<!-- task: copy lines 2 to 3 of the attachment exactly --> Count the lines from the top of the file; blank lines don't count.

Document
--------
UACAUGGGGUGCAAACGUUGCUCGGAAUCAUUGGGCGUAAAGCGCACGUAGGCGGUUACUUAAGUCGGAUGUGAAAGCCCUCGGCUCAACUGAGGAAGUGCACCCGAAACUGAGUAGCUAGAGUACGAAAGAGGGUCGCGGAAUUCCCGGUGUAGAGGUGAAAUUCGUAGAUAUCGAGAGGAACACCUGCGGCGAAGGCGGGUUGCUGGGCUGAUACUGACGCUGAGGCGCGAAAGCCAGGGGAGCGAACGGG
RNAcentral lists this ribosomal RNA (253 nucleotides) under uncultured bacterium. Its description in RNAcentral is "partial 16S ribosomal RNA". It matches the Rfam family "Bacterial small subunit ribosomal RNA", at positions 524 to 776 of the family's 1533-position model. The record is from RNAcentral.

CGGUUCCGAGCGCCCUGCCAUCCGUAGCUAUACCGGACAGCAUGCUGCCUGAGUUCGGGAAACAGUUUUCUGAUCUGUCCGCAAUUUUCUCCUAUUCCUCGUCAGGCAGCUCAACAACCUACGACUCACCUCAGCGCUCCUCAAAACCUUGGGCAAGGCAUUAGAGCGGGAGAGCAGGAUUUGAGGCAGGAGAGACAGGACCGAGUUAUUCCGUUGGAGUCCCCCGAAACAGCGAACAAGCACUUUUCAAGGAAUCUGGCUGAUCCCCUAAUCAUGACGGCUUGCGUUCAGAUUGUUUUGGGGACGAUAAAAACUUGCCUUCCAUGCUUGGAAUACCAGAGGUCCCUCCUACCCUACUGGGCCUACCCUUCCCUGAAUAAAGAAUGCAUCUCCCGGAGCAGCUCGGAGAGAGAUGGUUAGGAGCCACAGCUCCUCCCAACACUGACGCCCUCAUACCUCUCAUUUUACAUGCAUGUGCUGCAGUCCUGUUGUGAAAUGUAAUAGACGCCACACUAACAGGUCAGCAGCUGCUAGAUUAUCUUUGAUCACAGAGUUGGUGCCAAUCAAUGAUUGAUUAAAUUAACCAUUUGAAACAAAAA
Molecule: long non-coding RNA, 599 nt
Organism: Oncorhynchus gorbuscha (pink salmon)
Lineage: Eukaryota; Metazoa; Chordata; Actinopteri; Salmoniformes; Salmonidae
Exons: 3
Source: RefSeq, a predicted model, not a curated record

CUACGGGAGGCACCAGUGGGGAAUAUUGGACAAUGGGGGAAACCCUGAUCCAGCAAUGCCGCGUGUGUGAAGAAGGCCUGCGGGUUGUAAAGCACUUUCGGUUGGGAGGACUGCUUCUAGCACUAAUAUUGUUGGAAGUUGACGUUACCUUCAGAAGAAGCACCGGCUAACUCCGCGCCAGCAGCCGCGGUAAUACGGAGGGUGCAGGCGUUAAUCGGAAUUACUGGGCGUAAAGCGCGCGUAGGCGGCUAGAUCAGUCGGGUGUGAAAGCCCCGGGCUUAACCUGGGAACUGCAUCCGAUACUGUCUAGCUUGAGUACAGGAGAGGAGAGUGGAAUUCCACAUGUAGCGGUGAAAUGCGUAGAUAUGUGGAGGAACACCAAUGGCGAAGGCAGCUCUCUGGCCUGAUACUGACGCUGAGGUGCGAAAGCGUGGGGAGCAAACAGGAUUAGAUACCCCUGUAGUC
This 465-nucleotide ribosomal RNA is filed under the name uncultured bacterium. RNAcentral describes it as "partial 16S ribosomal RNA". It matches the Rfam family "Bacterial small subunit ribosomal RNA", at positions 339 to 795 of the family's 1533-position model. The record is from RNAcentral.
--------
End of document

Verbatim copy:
RNAcentral lists this ribosomal RNA (253 nucleotides) under uncultured bacterium. Its description in RNAcentral is "partial 16S ribosomal RNA". It matches the Rfam family "Bacterial small subunit ribosomal RNA", at positions 524 to 776 of the family's 1533-position model. The record is from RNAcentral.

CGGUUCCGAGCGCCCUGCCAUCCGUAGCUAUACCGGACAGCAUGCUGCCUGAGUUCGGGAAACAGUUUUCUGAUCUGUCCGCAAUUUUCUCCUAUUCCUCGUCAGGCAGCUCAACAACCUACGACUCACCUCAGCGCUCCUCAAAACCUUGGGCAAGGCAUUAGAGCGGGAGAGCAGGAUUUGAGGCAGGAGAGACAGGACCGAGUUAUUCCGUUGGAGUCCCCCGAAACAGCGAACAAGCACUUUUCAAGGAAUCUGGCUGAUCCCCUAAUCAUGACGGCUUGCGUUCAGAUUGUUUUGGGGACGAUAAAAACUUGCCUUCCAUGCUUGGAAUACCAGAGGUCCCUCCUACCCUACUGGGCCUACCCUUCCCUGAAUAAAGAAUGCAUCUCCCGGAGCAGCUCGGAGAGAGAUGGUUAGGAGCCACAGCUCCUCCCAACACUGACGCCCUCAUACCUCUCAUUUUACAUGCAUGUGCUGCAGUCCUGUUGUGAAAUGUAAUAGACGCCACACUAACAGGUCAGCAGCUGCUAGAUUAUCUUUGAUCACAGAGUUGGUGCCAAUCAAUGAUUGAUUAAAUUAACCAUUUGAAACAAAAA